Keeping Traditions Alive

Passing down culture for the next generation.

Miguel Ramos-Esquivel has spent more than half his life outside his country of birth. But when he left Mexico at just 15 years old, Miguel carried his roots with him. Now married and a father, Miguel reflects on the lifelong influences of his family’s culture, and shares how he is passing down the traditions he grew up with to a new generation.


Reflections on the Past

Looking back, many memories that stand out to Miguel as times of cultural connection are found in celebration and food. Around his family’s table, traces of Miguel’s Mexican and Lebanese roots were everywhere—in the traditional Lebanese food his grandmother integrated with holidays, birthdays, and family gatherings; in Christmases spent eating turkey alongside tabbouleh made with a Mexican twist; and in foods that were guaranteed to be eaten every Sunday.

“Every Sunday we’d eat zacahuil (zah-kah-WHEEl) and bocoles (boh-COH-less),” he recalls. “In a nutshell, zacahuil is essentially a 4’-6’ pork tamal that is wrapped in banana leaves and cooked over a long period of time (usually overnight) in a pit that’s been dug into the ground. Bocoles are corn dough made into a patty using lard, and cooked on a flat grill. They can be filled with whatever you have at hand: scrambled eggs with salsa, beef, pork, refried beans, cheese, etc. My grandma used to make me bocoles whenever I wanted, but it was a given that Sunday bocoles were a tradition for my family!”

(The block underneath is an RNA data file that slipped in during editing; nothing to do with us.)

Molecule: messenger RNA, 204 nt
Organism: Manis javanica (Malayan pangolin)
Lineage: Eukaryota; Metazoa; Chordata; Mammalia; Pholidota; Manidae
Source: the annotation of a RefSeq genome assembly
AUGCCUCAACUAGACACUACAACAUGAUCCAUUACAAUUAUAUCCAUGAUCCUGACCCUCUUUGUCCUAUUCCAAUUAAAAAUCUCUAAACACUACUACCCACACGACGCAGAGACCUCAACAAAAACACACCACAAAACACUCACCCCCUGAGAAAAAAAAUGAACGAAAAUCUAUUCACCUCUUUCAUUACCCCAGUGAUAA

Miguel recalls asking his grandmother to make one of his favourite dishes, enchiladas huastecas. Consisting of homemade tortillas with fresh cheese and topped with a light tomato broth, this dish, alongside zacahuil and bocoles, originates in the Huasteca region in central Mexico—this is where Miguel was born, the home of the Tenek Indigenous people.

Bringing Traditions Into Celebrations Today

When Miguel married, he found an even deeper appreciation for his many cultural ties. “To me, the ability to have two different cuisines options at home made me realize how lucky I [am] was, to have such a rich background . . . Marrying someone outside of my culture, who has different traditions from my own, has made me more aware of my own traditions that have never seemed out of the ordinary.”


Today, many of the happiest times in Miguel’s home speak to these long-held traditions.


“The biggest tradition that we've embraced as a family is having a big Christmas Eve dinner in preparation for Christmas day; late-night dinner, and Luis Miguel boléro and mariachi songs. In Mexico, it’s a general practice to have a big celebration on Christmas Eve that goes well into the night to await Jesus's birth.”

For Miguel’s daughters, piñatas—which are also used for Independence Day, día de los Muertos (Day of the Dead), and Christmas—are a highlight for their birthdays.


“Although it is a bit difficult to find them here, they’ve become more mainstream. Traditionally, they are filled with fruit, nuts or vegetables (oranges, sugar cane, peanuts, jicama, etc.). BUT, that has been replaced with candy . . . A traditional piñata has seven points/peaks and each one represents a deadly sin that must be destroyed. Recently, piñatas have become less religious and taken a more central focus in pop culture . . . The last piñata we had was for Lucía’s birthday in Paris; I managed to find a t-rex piñata, and filled it with candy. We all took turns beating it with an umbrella in our hotel room.”